In a note in the Feb. 15, 1963, issue, then-TIME publisher Bernhard M. Auer introduced readers to a few particularly dedicated subscribers who had made a habit of sending away their copies of TIME to their respective cover subjects for their autographs. One of those collectors was a 17-year-old from Caracas named Randall Salas.
“Randall, who was born in Curaçao and speaks English, Spanish, Dutch and Papiamento (a Caribbean lingua franca), started his collection only in 1959. But he had a head start: his father, an insurance broker, has been reading TIME since 1935, and had saved many back copies,” Auer explained. “Randall now has 402 covers signed by subjects, among them Konrad Adenauer, Moise Tshombe, U.S. Astronaut Alan Shepard and Soviet Cosmonaut Yuri Gagarin, Marilyn Monroe (who signed in red ink), J. Paul Getty (who signed in black), and Tibet’s Dalai Lama. Some of the signers send more than their autograph: John F. Kennedy enclosed an autographed picture with one of the two covers he signed; Abdul Karim Kassem (whose signature is a collector’s item now), sent a copy of a speech he had just made; J. Edgar Hoover added some FBI pamphlets, and Soviet Defense Minister Malinovsky scribbled some propaganda right on his face: ‘We struggle for peace all over the world.'”
Not everyone said yes, the note acknowledged. Winston Churchill didn’t have time for autographs, a prison warden said that convicted criminal Caryl Chessman was not permitted to give them, and U.S. Navy Admiral Hyman Rickover apparently had a personal rule that he didn’t sign anything for people he didn’t know. Salas tried to get around that by sending Rickover a photo of himself, but that didn’t work either.
Despite the occasional setback, Salas kept collecting.
Now, 56 years after that little profile of the collector appeared in the magazine, the 73-year-old retiree’s collection includes about 1,500 autographed issues of TIME — but he has stopped adding to the group, and now intends to look for a way to sell or donate what he has.
And the reason for stopping, he told TIME by phone and during a recent sit-down in Caracas, is a window into how the world has changed in the last half-century.
In the early days of the collection, Salas says, the research was hard but the returns were high. It all started when an uncle visited Cuba and got Fidel Castro’s autograph on an issue of TIME. The uncle gave the magazine as a gift to then-13-year-old Randy, whose father encouraged him to keep it going. Though the choice of TIME was mostly a coincidence — his father happened to have kept years’ worth of back issues, and it was easy to come by in Caracas — the collection soon became a passion. And though some addresses were easy to find, such as those for Senators and astronauts, others took serious research, even more of a feat in the pre-Internet era. Still, he estimates that in the first decades of his collecting, about 80% of the magazines he sent out were successfully returned. (That’s including special situations such as that of Libyan strongman Muammar Gaddafi, who sent an autographed photograph but apparently didn’t want to endorse TIME’s depiction of him by actually signing the magazine.) Salas’ appearance in the magazine helped too, as readers around the world began to send him older issues they held onto.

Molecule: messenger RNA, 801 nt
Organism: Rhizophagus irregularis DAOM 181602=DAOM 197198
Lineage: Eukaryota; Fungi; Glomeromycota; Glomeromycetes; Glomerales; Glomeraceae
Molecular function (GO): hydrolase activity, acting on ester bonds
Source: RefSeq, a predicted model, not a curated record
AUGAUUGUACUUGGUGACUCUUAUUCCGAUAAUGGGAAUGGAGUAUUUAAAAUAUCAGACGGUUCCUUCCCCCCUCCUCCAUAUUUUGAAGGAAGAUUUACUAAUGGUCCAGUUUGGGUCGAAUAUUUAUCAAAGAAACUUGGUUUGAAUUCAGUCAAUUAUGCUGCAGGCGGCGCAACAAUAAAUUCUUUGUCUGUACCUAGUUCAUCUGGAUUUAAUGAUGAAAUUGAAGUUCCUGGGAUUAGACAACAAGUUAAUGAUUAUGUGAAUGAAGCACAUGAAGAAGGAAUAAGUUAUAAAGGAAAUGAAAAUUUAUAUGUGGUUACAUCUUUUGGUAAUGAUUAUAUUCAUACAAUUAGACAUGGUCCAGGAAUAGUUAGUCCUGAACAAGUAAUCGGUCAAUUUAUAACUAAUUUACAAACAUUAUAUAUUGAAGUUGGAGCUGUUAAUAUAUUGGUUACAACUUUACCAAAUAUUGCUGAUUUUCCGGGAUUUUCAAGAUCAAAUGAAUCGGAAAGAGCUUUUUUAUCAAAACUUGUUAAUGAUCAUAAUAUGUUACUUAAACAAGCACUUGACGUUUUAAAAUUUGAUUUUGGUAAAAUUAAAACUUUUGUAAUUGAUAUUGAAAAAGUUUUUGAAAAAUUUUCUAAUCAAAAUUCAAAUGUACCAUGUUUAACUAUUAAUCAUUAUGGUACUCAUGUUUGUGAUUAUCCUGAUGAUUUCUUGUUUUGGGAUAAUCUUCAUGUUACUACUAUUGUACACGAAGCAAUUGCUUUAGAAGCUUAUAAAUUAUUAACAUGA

The autographs were an invitation to learn more about the people influencing world events. A magazine signed by Mother Teresa felt like touching hands with a saint.
“Every time that I received a poster it felt that I had direct contact with someone who signed it,” he says.
More recently, however, he estimates that only about 10% of the magazines he sent out would come back with an autograph. It had become harder to find TIME on newsstands in Caracas — a city that was, the week of this interview, in an active state of crisis — and the mail was less reliable. Addresses were harder to find, and TIME covers more frequently illustrated news topics rather than featuring portraits of individuals. Perhaps most importantly, he guesses that celebrities had become jaded by their knowledge of the autograph resale market, and didn’t want to send something to someone who would turn around and sell it. And Salas’ two daughters, neither of whom live in Venezuela, have encouraged him to use his retirement as a time to travel instead of waiting for the world to come to him.
That little bit of connection between the person changing the world and the person living in it has faded. Despite celebrity collectors like Judd Apatow keeping the hobby in the spotlight, the golden age of the autograph has perhaps ended. But, at least for Salas, its impact lingers.
“The collection is part of my life. I feel proud, satisfied, I feel that it has educated me and I have learned so much,” he says. “I practically know the story of the 1,500 people here. I can assure you that if I ask any of you here who these people are, you could not tell me every single one. Having the cover autographed makes me feel like a part of that person, that’s what’s most important to me.”